WASHINGTON — Faced with a grim assessment of the Afghan war from his top commander and opposition from leading Democrats, President Obama has begun a wholesale reevaluation of the military effort that could alter the strategic aims of the American mission.
The review could result in a scaling back of efforts to reform Afghanistan's politics and develop its economy. The U.S. could then focus more on hunting down Al Qaeda and its close allies with small special operations teams and armed Predator drones. Such an effort could avert the need for additional troops, officials and experts said.
For weeks, military officials have been laying the groundwork to request additional troops. Army Gen. Stanley A. McChrystal, the top U.S. and allied commander in Afghanistan, warned in a classified assessment that the Afghan mission risked failure if more troops were not sent. A declassified version of McChrystal's assessment became public after it was leaked to the Washington Post website this week.
However, the White House has asked McChrystal not to formally submit his request for more troops, and the command in Afghanistan is holding his recommendation while the administration reviews his assessment, military and government officials said.
In recent comments, including several televised interviews over the weekend, Obama appeared to question the premise underlying the current U.S. approach, a strategy he approved only last March. White House officials did little to publicly clarify the situation Monday, saying only that Obama was intent on completing a "strategic assessment" before making any decisions on more troops.
The rekindled debate came as a shock to some officials who considered broad U.S. strategy in Afghanistan to be a settled issue. Military officials were scrambling Monday to determine how drastic any changes might be.
"The time for this discussion was back in November 2008," said a government official who spoke on condition of anonymity when discussing the internal debate.
In part, the shift in the White House stance came after Obama ordered 21,000 additional U.S. troops to help with last month's Afghan national election, a ballot widely seen as fraudulent. But the debate goes deeper than troop levels.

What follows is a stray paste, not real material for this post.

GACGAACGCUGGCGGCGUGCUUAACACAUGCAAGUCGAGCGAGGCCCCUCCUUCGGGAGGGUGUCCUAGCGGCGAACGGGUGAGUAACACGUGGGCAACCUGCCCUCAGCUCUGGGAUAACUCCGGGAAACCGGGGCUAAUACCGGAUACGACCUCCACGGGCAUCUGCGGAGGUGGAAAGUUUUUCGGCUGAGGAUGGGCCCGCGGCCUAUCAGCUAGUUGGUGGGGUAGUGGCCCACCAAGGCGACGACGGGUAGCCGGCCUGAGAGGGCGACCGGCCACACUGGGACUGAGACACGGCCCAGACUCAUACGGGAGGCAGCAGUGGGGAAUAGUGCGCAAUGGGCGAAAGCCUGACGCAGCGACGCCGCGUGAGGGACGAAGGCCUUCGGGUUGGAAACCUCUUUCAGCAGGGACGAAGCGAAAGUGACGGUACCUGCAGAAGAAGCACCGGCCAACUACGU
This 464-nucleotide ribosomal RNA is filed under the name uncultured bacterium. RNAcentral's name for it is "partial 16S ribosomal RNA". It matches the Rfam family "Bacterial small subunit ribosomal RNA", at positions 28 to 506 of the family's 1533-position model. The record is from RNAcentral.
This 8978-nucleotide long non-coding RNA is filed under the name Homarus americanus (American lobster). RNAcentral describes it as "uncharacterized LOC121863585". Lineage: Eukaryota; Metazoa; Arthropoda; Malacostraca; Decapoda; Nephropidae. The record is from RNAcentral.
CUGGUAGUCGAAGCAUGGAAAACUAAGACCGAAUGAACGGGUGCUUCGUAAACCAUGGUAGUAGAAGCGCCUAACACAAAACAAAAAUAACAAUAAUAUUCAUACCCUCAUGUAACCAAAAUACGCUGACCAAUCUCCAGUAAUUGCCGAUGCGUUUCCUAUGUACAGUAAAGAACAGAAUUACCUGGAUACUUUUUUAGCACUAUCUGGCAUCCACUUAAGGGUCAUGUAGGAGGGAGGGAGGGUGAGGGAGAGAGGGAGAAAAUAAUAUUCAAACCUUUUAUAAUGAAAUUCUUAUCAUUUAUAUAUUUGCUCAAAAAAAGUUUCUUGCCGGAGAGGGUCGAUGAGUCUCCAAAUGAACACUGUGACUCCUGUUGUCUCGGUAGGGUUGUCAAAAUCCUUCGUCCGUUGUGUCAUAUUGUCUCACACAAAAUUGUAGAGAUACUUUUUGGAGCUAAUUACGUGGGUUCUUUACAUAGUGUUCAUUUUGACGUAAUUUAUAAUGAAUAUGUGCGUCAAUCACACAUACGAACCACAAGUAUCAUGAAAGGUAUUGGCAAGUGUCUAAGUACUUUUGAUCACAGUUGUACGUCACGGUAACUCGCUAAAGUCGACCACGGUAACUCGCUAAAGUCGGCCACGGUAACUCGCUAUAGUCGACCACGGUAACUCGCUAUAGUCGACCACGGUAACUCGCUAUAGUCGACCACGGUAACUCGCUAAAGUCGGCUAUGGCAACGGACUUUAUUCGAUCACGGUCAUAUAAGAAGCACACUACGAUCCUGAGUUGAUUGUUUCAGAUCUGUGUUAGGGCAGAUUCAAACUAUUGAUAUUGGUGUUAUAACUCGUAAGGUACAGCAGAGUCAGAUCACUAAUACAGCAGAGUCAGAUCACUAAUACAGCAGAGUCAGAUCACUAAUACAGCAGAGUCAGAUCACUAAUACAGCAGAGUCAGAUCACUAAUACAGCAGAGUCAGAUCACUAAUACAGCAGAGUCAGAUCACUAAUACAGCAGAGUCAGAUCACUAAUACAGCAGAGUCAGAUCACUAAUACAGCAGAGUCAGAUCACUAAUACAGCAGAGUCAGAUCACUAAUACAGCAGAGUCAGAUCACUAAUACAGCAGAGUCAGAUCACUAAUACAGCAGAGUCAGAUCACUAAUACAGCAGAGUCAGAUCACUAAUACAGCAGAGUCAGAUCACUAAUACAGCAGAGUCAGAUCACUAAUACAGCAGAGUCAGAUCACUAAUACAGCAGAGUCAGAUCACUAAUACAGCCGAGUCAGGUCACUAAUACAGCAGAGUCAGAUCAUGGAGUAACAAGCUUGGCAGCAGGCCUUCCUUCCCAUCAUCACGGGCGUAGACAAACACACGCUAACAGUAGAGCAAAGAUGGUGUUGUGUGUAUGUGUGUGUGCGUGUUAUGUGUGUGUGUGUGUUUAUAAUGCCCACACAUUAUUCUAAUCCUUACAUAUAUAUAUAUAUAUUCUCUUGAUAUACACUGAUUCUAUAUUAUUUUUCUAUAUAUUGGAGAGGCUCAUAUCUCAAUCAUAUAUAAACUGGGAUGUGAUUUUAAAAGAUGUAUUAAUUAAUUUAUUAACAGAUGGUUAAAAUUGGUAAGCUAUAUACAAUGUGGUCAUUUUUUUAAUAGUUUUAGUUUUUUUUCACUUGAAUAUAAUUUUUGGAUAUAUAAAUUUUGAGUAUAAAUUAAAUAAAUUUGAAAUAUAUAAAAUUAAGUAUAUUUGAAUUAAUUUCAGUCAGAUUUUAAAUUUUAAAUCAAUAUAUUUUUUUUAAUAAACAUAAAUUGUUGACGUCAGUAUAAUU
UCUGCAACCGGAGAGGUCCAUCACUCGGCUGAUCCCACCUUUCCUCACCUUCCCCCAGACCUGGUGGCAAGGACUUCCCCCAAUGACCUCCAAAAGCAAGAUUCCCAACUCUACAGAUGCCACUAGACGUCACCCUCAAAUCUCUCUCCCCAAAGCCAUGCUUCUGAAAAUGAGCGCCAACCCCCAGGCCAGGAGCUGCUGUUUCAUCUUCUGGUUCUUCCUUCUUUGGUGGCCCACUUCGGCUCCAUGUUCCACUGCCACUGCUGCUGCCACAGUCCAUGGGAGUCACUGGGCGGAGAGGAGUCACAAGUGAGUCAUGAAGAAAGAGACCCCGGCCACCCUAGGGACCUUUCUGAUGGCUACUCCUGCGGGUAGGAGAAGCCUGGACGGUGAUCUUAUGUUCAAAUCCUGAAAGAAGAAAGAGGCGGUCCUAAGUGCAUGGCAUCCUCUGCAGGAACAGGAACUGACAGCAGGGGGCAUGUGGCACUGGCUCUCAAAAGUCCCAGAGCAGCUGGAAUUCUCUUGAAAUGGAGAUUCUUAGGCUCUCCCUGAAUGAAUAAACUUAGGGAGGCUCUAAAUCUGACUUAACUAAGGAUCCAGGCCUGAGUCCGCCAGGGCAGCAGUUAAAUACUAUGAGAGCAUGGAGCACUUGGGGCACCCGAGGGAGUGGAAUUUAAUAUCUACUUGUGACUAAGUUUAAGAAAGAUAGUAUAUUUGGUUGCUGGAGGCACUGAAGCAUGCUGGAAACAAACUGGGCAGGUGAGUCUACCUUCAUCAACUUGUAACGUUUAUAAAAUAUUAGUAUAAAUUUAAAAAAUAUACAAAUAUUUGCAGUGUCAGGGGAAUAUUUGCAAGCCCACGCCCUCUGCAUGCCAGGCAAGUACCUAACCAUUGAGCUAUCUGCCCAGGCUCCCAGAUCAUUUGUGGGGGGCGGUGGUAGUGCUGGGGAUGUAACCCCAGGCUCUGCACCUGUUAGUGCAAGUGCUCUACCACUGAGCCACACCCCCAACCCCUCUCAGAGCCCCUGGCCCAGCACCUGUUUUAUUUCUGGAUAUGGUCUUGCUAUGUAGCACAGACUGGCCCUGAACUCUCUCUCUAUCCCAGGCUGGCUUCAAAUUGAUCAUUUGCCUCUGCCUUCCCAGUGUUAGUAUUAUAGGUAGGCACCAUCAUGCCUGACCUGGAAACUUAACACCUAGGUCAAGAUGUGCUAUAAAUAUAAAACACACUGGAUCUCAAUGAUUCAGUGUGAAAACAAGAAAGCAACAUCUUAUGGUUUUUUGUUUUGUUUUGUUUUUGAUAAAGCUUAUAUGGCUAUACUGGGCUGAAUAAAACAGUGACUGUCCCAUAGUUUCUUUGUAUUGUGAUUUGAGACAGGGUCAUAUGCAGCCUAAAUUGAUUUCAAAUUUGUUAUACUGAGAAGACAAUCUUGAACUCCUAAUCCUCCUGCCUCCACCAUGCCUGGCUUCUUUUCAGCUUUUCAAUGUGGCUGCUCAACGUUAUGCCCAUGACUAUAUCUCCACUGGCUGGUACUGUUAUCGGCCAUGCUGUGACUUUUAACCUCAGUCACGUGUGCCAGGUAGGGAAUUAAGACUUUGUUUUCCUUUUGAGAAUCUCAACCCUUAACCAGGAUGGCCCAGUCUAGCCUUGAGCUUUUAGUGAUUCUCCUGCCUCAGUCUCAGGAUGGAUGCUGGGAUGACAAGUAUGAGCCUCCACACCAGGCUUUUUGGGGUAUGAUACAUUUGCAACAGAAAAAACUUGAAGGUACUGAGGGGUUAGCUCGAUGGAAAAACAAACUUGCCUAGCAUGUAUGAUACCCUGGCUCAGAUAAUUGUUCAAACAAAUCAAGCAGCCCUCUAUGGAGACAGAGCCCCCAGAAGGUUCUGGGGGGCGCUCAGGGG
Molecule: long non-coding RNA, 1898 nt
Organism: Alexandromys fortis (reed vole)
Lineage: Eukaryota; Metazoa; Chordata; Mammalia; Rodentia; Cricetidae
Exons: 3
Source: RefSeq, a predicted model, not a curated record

Obama has questioned whether McChrystal's broad counterinsurgency strategy -- combating corruption, improving government and economic development -- is worth committing the extra troops it requires.
The administration's alternative would be a narrow objective focusing primarily on disrupting Al Qaeda, as well as the leadership of the Taliban or other extremist groups, which would require fewer than the 68,000 troops currently approved for the war.
Appearing on CNN on Sunday, Obama asked, "Are we pursuing the right strategy?" On NBC, he said he would expand the counterinsurgency effort only if it contributed to the goal of defeating Al Qaeda.
"I'm not interested in just being in Afghanistan for the sake of being in Afghanistan . . . or sending a message that America is here for the duration," Obama said.
After Obama approved the strategy for Afghanistan and Pakistan in March, military officials moved to implement a counterinsurgency approach. At the same time, Pentagon officials replaced the former top Afghanistan commander, Gen. David D. McKiernan, with McChrystal.
McChrystal had led special operations forces against Al Qaeda leaders in Iraq and Afghanistan. But he quickly outlined a strategy to expand efforts to protect the Afghan people from the Taliban and other insurgent groups.
"He, of all our military leaders, understands the Al Qaeda threat," said a former military official who has advised the Obama administration on Afghan policy. "When he comes back with a broad-based, counterinsurgency mission, it is extraordinarily credible."
It is not yet clear how many more troops McChrystal's strategy would require.
But several top administration officials have harbored doubts about the wisdom of a stepped-up counterinsurgency plan.
Vice President Joe Biden and presidential Chief of Staff Rahm Emanuel have been among the strongest voices advocating a more limited mission in Afghanistan, a number of officials said.
The dissenting view has been strengthened by fraud and irregularities in the Afghan election, growing war doubts among congressional Democrats and falling support among Americans. Recent developments have strengthened the argument that a strategy to build support for Afghanistan's central government is fundamentally flawed.
Obama signaled last week, in an appearance with the Canadian prime minister, that a deeper administration review was underway. "It's important that we also do an assessment on the civilian side, the diplomatic side, the development side, that we analyze the results of the election, and then make further decisions moving forward," he said.